Story last updated at 2/15/2017 - 1:44 pm
Geologist Jim Baichtal will discuss revising old theories regarding how life adapted to Southeast Alaska’s ancient ice sheets during the Mendenhall Glacier Visitor Center Friday, Feb. 17 Fireside Lecture.
Once thought to be completely covered by glacial ice to the shoreline, Southeast Alaska is now believed to have had significant ice-free refuge areas where people, plants and animals lived.
“Exploration of caves yielded bones of mammals, birds and fish dating beyond the limits of radiocarbon dating methods,” said Baichtal. “Discoveries revealed that animals have been on the landscape for well over 50,000 years, refuting previous models of glaciation.”
The new model for glaciation involves the dynamic processes of glacial ice on the land and sea levels. As the glaciers grew, global sea levels fell, Baichtal writes. The weight of the advancing glaciers depressed the earth’s surface while pushing up a forebulge along their front. As the glaciers melted, sea level rose and the lands depressed by the weight of the ice rapidly rebounded and the forebulge collapsed. Subsequent tectonic uplift has further changed the landscape.
Deposits of ocean shells found high on mountain slopes helped to define just where past shorelines were and the timing of deglaciation. These deposits also helped to predict early human habitation sites, which archaeological investigations have confirmed.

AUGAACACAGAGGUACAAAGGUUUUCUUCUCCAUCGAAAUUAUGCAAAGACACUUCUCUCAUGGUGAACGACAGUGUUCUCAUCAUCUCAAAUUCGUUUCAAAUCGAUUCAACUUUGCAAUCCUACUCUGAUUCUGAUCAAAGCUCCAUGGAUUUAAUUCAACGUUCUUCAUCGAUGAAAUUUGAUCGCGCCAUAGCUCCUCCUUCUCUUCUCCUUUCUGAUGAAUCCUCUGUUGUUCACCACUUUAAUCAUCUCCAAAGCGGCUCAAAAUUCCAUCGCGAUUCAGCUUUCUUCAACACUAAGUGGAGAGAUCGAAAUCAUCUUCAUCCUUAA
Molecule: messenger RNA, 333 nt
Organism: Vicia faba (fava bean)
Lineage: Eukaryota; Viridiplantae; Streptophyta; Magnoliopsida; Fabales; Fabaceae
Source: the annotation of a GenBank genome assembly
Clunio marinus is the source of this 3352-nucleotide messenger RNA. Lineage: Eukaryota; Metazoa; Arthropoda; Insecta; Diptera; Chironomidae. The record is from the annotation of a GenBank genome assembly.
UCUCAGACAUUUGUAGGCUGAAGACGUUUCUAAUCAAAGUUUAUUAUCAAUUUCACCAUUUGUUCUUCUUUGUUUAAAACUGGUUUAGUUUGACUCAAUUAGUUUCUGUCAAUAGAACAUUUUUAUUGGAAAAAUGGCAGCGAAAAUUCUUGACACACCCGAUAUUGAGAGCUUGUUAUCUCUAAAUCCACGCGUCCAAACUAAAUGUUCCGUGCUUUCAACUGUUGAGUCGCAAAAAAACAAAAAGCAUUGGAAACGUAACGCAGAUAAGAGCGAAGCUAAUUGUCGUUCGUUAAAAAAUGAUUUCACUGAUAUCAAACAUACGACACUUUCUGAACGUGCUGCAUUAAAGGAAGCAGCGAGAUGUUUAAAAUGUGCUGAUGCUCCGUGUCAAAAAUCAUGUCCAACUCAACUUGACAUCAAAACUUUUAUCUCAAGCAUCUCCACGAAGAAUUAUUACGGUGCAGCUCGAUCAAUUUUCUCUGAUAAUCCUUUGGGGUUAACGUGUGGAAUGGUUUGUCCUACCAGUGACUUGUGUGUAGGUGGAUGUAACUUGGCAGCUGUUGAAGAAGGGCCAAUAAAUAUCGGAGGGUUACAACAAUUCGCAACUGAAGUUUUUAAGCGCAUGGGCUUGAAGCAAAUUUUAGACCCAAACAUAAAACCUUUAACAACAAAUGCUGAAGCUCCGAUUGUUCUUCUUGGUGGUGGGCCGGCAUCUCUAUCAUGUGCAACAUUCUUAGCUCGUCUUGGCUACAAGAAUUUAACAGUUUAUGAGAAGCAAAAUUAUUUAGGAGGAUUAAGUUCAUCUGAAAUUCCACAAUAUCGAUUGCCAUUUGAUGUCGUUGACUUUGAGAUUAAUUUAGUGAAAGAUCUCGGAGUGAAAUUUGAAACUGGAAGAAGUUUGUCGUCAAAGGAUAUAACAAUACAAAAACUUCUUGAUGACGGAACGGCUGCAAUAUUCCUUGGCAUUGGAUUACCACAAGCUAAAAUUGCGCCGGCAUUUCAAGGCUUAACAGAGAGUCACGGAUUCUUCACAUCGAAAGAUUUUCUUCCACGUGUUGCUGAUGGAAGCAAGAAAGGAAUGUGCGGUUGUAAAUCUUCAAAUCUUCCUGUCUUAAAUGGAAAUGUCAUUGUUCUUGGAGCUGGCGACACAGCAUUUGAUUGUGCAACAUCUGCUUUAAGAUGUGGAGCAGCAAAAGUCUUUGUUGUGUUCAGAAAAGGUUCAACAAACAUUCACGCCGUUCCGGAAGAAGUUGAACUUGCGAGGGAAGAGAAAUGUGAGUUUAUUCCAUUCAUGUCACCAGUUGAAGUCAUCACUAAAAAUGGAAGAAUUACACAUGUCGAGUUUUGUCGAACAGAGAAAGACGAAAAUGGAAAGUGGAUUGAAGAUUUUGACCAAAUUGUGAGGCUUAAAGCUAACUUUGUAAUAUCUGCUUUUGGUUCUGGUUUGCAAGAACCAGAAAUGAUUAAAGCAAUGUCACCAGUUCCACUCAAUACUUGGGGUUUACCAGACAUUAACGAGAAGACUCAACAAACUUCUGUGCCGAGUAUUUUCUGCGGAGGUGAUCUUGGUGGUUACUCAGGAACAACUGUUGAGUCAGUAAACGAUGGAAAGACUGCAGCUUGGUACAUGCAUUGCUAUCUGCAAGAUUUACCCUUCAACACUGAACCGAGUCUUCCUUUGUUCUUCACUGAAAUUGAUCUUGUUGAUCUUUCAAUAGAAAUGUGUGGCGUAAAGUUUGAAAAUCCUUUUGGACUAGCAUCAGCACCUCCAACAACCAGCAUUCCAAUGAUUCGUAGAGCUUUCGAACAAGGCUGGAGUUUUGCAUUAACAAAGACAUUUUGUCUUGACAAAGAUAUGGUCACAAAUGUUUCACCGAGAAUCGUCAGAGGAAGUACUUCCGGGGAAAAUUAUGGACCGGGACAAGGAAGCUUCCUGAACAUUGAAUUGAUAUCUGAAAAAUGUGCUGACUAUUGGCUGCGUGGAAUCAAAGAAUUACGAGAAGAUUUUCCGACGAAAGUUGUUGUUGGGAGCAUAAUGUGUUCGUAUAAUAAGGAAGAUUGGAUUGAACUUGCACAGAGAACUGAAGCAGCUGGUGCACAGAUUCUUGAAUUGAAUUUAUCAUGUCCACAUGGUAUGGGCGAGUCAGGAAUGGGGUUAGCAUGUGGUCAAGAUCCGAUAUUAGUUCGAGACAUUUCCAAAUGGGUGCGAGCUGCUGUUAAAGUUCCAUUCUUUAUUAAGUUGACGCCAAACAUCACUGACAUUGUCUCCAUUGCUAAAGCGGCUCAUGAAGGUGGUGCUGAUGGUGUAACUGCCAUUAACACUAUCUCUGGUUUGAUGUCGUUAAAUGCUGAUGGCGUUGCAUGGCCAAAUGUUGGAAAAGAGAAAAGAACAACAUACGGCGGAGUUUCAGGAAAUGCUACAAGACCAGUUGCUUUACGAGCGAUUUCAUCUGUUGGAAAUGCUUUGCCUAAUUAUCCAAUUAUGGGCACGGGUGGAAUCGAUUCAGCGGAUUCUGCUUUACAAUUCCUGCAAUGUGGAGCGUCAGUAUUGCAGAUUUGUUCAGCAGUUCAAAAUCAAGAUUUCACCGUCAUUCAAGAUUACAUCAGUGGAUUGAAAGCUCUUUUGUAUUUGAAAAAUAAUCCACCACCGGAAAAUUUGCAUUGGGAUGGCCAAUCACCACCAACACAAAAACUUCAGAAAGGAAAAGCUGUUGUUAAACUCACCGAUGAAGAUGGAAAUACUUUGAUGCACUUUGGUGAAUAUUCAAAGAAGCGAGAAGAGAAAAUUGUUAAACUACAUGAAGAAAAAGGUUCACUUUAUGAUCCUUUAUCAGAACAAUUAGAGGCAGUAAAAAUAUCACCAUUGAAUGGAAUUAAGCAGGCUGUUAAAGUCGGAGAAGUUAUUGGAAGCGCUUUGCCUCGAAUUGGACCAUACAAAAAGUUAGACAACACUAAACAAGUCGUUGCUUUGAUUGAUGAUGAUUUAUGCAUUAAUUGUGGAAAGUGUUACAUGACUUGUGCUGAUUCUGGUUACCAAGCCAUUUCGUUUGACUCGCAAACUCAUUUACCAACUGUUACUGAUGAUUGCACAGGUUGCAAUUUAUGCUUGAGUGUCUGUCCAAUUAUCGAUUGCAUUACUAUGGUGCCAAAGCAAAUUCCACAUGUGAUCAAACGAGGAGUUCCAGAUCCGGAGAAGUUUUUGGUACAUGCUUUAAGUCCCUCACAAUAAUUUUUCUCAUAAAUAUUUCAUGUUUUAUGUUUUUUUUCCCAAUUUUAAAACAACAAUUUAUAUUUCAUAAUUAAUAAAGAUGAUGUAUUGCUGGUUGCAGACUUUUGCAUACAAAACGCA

“This information is absolutely fascinating,” said Tongass National Forest naturalist Laurie Craig. “I am thrilled Jim will be presenting it to our Fireside audience.”
Fireside Lectures are free and occur at 6:30 p.m. and repeat at 8 p.m. Doors open at 6 p.m. Elevators are closed for replacement. Access to the visitor center is via an outdoor ramp or stairs. For more information, contact Laurie Craig at 907 789-0097 or email@example.com
X Great Backyard Bird Count to be Feb. 17-20
It is time for the Great Backyard Bird Count, the annual citizen science effort to count America’s winter birds.
This event was originally founded by Cornell University and National Audubon Society. Since its beginnings it has grown to be worldwide.
People can observe birds on any or all of the four days of the count. The rules are simple:
Count for at least 15 minutes and then enter your data online. Count birds anywhere — your backyard, the beach, the forest, on a mountain. To enter data just Google eBird or go to http://gbbc.birdcount.org
Check the Great Backyard Bird count webpage for more information. http://www.audubon.org/content/about-great-backyard-bird-count